Photo by Chris Humphrey Photographer.

[dropcap]When[/dropcap] planning the biggest – and likely the most expensive – day of your life, you can’t afford to miss any information. Since the wedding venue is the biggest piece of the puzzle, we’ve asked three area wedding and event planners to weigh in on what questions need to be asked to make sure you know exactly what you’re getting.

Talmadge Powell of Talmadge Powell Creative, Joe Mathis of J.A. Mathis and Lynn Wheatley of Lasting Impressions have a combined 57 years’ worth of experience in the wedding industry. When it comes to finding the perfect venue, they are the experts.

“I think one of the most important things is to make sure the venue represents the couple,” says Mathis. “It’s really an extension of their home and their family style.”

Mathis advises taking pictures of the venues you visit so you will be better able to remember what you liked and didn’t like about the venue.

It’s okay to visit the venue multiple times to make sure you haven’t changed your mind, he adds. Be sure to visit the venue during the same time of year you plan to get married. Some venues may look drastically different in various weather situations.

Powell emphasizes considering the space offered by each venue.

“A venue that is too big or too small can make or break an event,” he says.

Instead of trying to mentally picture exactly what your space will look like on your big day, feel free to take measurements.

While you’re planning the layout of your venue, be sure to leave room for the bouquet toss, cake cutting and a space for gifts. Additionally, Powell advises checking out the “backstage” space: Is there enough room in the dressing rooms, kitchen, bathrooms and parking areas?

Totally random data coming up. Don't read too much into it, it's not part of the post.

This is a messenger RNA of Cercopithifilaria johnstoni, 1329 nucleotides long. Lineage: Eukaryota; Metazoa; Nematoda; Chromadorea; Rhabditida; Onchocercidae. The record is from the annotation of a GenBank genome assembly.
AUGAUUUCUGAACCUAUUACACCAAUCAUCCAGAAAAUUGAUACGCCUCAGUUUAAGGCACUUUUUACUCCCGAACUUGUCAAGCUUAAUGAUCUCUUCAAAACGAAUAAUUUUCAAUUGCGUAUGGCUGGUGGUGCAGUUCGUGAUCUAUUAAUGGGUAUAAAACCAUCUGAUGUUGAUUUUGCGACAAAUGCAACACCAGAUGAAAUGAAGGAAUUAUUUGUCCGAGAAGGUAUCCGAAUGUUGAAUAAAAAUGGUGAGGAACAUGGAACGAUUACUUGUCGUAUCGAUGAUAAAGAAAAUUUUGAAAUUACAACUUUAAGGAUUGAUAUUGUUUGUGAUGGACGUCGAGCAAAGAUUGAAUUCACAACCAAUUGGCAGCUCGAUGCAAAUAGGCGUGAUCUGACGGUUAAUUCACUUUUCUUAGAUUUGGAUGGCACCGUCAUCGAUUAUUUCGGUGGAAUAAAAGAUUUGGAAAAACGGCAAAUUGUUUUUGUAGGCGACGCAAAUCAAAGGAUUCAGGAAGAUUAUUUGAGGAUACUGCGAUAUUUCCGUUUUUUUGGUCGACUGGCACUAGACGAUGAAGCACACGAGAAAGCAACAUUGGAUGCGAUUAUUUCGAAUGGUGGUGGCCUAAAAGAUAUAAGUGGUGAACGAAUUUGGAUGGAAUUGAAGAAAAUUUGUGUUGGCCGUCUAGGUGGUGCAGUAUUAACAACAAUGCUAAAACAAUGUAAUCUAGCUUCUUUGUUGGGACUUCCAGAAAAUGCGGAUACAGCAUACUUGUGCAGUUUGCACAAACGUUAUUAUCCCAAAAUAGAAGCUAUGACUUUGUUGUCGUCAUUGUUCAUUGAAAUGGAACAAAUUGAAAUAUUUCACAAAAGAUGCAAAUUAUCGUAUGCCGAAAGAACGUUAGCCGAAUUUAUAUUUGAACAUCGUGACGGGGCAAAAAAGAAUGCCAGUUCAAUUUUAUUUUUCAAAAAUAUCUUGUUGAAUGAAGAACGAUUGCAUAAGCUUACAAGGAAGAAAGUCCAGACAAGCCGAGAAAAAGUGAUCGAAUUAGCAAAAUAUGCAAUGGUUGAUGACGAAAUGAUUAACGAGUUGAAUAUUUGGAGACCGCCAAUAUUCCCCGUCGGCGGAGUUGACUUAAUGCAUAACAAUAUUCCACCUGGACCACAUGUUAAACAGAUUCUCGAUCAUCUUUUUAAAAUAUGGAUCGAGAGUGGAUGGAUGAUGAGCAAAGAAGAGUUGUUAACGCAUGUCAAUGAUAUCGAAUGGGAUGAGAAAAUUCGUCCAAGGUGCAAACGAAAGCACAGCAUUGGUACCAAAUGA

Much like Powell, Wheatley is most concerned with the space of the venue.

“While it’s a bummer to think about bad things while planning your wedding, it’s important to consider fire codes. The number of people allowed in a space, who is in charge, where guests should safely exit … as a host, you ultimately bear the responsibility.”

Of course, those aren’t the only things to consider when viewing a potential venue. Mathis advises to look at non-traditional venues.

“Hotels and churches have long been a popular venue,” he says, “[but] in recent years, wedding-specific venues have popped up.”

Instead of limiting your scope to the traditional venues, it may be worthwhile to look into museums, parks, homes and historic buildings to make sure your venue really reflects your style. Whatever you choose, be sure to ask if the venue can accommodate the rest of your wedding needs. Some venues may require you to use in-house vendors or may not be child-friendly.

Once you find a venue you love that is available on the day you want, half the battle is won. The other half is considering what else may impact your wedding: how many other events the venue may have that day, if any other weddings are occurring in the area or if the area is scheduled for construction.

“It’s important to check local area events,” Powell says. “Local runs, sporting events, downtown concerts, festivals and sporting schedules can all potentially impact your event.”

Finally, it’s important to consider the cost.

“Typically, venue costs should not exceed eight-10 percent of your overall budget,” says Wheatley. “If you plan far enough ahead, you should have plenty of options for venues.”

Instead of waiting to be surprised with the total of your bill just days before the wedding, ask the venue for a written proposal while you’re still searching for the right space. Be sure to ask them to go over any hidden fees and costs; insurance, recycling, cake-cutting and last-minute changes for an outside wedding are common ways  to acquire extra fees.

The one thing all of our wedding planners agree on? Hiring a planner to help you navigate, negotiating all of the details for your big day. After all, it makes it easier to choose a venue if you aren’t trying to remember all of the little things and can focus on the overall image instead.

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